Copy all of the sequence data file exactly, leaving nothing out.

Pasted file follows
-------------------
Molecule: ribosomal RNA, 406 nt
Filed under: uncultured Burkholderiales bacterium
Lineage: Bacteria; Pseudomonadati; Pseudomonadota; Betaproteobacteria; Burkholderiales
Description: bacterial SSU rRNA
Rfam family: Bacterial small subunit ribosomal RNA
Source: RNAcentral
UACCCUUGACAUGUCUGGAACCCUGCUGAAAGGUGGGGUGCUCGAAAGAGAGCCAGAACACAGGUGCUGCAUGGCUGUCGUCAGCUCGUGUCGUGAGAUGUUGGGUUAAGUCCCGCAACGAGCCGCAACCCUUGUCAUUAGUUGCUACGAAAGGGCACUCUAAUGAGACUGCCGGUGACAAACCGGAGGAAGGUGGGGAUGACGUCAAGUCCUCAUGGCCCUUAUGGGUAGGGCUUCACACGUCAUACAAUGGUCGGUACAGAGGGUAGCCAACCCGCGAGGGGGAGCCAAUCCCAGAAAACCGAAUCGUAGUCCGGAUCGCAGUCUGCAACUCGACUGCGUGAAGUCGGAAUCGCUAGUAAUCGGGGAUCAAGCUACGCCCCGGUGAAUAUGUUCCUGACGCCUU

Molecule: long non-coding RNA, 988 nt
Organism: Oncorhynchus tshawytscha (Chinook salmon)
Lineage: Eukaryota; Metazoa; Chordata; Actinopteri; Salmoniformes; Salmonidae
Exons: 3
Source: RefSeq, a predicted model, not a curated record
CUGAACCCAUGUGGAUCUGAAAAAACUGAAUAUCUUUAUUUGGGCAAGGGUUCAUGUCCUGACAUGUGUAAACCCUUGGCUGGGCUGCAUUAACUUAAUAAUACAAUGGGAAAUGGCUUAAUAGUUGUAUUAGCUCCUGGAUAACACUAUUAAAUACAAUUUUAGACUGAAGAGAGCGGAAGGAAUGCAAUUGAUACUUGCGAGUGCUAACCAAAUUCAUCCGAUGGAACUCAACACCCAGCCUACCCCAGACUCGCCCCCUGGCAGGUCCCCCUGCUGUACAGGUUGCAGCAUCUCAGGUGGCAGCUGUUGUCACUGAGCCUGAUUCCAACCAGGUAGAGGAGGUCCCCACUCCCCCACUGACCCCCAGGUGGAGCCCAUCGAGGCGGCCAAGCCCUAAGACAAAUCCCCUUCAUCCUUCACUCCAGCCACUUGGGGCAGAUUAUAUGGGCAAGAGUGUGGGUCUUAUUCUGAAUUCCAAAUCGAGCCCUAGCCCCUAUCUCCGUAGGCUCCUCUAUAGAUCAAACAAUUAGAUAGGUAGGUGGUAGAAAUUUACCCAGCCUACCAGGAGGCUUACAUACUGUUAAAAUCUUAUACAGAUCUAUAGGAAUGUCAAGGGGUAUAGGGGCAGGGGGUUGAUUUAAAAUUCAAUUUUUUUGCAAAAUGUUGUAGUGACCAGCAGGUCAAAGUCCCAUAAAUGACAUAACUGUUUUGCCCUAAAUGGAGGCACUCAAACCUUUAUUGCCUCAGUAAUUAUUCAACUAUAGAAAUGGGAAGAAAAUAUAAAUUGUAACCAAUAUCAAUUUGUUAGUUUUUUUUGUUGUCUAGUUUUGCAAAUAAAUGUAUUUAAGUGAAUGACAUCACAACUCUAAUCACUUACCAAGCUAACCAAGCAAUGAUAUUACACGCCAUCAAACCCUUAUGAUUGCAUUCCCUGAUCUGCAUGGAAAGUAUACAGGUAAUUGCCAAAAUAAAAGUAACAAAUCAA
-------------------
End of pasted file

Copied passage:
Molecule: ribosomal RNA, 406 nt
Filed under: uncultured Burkholderiales bacterium
Lineage: Bacteria; Pseudomonadati; Pseudomonadota; Betaproteobacteria; Burkholderiales
Description: bacterial SSU rRNA
Rfam family: Bacterial small subunit ribosomal RNA
Source: RNAcentral
UACCCUUGACAUGUCUGGAACCCUGCUGAAAGGUGGGGUGCUCGAAAGAGAGCCAGAACACAGGUGCUGCAUGGCUGUCGUCAGCUCGUGUCGUGAGAUGUUGGGUUAAGUCCCGCAACGAGCCGCAACCCUUGUCAUUAGUUGCUACGAAAGGGCACUCUAAUGAGACUGCCGGUGACAAACCGGAGGAAGGUGGGGAUGACGUCAAGUCCUCAUGGCCCUUAUGGGUAGGGCUUCACACGUCAUACAAUGGUCGGUACAGAGGGUAGCCAACCCGCGAGGGGGAGCCAAUCCCAGAAAACCGAAUCGUAGUCCGGAUCGCAGUCUGCAACUCGACUGCGUGAAGUCGGAAUCGCUAGUAAUCGGGGAUCAAGCUACGCCCCGGUGAAUAUGUUCCUGACGCCUU

Molecule: long non-coding RNA, 988 nt
Organism: Oncorhynchus tshawytscha (Chinook salmon)
Lineage: Eukaryota; Metazoa; Chordata; Actinopteri; Salmoniformes; Salmonidae
Exons: 3
Source: RefSeq, a predicted model, not a curated record
CUGAACCCAUGUGGAUCUGAAAAAACUGAAUAUCUUUAUUUGGGCAAGGGUUCAUGUCCUGACAUGUGUAAACCCUUGGCUGGGCUGCAUUAACUUAAUAAUACAAUGGGAAAUGGCUUAAUAGUUGUAUUAGCUCCUGGAUAACACUAUUAAAUACAAUUUUAGACUGAAGAGAGCGGAAGGAAUGCAAUUGAUACUUGCGAGUGCUAACCAAAUUCAUCCGAUGGAACUCAACACCCAGCCUACCCCAGACUCGCCCCCUGGCAGGUCCCCCUGCUGUACAGGUUGCAGCAUCUCAGGUGGCAGCUGUUGUCACUGAGCCUGAUUCCAACCAGGUAGAGGAGGUCCCCACUCCCCCACUGACCCCCAGGUGGAGCCCAUCGAGGCGGCCAAGCCCUAAGACAAAUCCCCUUCAUCCUUCACUCCAGCCACUUGGGGCAGAUUAUAUGGGCAAGAGUGUGGGUCUUAUUCUGAAUUCCAAAUCGAGCCCUAGCCCCUAUCUCCGUAGGCUCCUCUAUAGAUCAAACAAUUAGAUAGGUAGGUGGUAGAAAUUUACCCAGCCUACCAGGAGGCUUACAUACUGUUAAAAUCUUAUACAGAUCUAUAGGAAUGUCAAGGGGUAUAGGGGCAGGGGGUUGAUUUAAAAUUCAAUUUUUUUGCAAAAUGUUGUAGUGACCAGCAGGUCAAAGUCCCAUAAAUGACAUAACUGUUUUGCCCUAAAUGGAGGCACUCAAACCUUUAUUGCCUCAGUAAUUAUUCAACUAUAGAAAUGGGAAGAAAAUAUAAAUUGUAACCAAUAUCAAUUUGUUAGUUUUUUUUGUUGUCUAGUUUUGCAAAUAAAUGUAUUUAAGUGAAUGACAUCACAACUCUAAUCACUUACCAAGCUAACCAAGCAAUGAUAUUACACGCCAUCAAACCCUUAUGAUUGCAUUCCCUGAUCUGCAUGGAAAGUAUACAGGUAAUUGCCAAAAUAAAAGUAACAAAUCAA